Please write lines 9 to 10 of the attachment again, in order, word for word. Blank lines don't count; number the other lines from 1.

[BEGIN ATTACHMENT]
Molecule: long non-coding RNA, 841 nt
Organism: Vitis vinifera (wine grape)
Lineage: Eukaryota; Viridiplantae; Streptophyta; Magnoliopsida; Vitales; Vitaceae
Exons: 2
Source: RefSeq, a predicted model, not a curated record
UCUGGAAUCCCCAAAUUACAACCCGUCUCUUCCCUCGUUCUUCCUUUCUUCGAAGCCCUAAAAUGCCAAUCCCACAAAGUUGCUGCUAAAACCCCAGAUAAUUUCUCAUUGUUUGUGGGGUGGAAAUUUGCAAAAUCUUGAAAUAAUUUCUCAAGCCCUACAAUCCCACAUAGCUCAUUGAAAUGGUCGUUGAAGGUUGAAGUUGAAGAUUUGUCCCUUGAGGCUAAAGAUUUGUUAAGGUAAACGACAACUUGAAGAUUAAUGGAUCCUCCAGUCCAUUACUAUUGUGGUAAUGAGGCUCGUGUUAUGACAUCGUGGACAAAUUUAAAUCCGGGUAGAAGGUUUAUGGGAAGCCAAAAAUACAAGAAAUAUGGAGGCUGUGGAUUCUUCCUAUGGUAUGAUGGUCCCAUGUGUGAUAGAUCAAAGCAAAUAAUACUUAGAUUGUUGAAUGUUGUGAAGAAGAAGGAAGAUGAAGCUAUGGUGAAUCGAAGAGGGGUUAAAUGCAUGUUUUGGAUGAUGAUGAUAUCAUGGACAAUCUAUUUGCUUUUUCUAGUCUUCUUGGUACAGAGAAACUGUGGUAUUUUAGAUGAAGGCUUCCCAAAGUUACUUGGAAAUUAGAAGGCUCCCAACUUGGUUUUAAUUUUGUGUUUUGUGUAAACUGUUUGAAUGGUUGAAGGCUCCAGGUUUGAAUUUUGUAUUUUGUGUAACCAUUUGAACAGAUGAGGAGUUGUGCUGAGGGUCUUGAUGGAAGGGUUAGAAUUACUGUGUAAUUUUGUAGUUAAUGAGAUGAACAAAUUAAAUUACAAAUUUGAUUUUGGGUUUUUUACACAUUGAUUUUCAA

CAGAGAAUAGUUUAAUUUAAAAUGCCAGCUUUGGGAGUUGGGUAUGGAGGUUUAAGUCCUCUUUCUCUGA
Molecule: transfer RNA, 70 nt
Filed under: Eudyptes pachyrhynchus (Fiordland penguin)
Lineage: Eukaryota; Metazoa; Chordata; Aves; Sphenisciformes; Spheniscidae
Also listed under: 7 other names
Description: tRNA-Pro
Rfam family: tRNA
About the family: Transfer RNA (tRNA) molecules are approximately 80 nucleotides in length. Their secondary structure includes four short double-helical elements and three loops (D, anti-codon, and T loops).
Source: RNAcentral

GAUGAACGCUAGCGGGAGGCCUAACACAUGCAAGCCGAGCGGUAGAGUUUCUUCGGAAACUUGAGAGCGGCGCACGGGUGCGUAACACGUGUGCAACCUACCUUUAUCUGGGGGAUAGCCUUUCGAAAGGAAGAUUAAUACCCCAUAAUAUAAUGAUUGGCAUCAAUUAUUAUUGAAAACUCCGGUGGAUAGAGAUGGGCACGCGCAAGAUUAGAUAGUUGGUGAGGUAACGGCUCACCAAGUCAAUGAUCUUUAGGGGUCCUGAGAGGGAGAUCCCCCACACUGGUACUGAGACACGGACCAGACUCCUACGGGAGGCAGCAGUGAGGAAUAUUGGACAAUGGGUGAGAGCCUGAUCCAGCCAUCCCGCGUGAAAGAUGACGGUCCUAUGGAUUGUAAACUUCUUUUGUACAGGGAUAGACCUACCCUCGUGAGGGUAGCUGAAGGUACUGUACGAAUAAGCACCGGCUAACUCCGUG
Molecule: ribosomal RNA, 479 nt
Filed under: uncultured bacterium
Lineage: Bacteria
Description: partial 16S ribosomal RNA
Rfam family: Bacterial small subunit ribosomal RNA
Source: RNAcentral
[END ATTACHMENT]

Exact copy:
Filed under: Eudyptes pachyrhynchus (Fiordland penguin)
Lineage: Eukaryota; Metazoa; Chordata; Aves; Sphenisciformes; Spheniscidae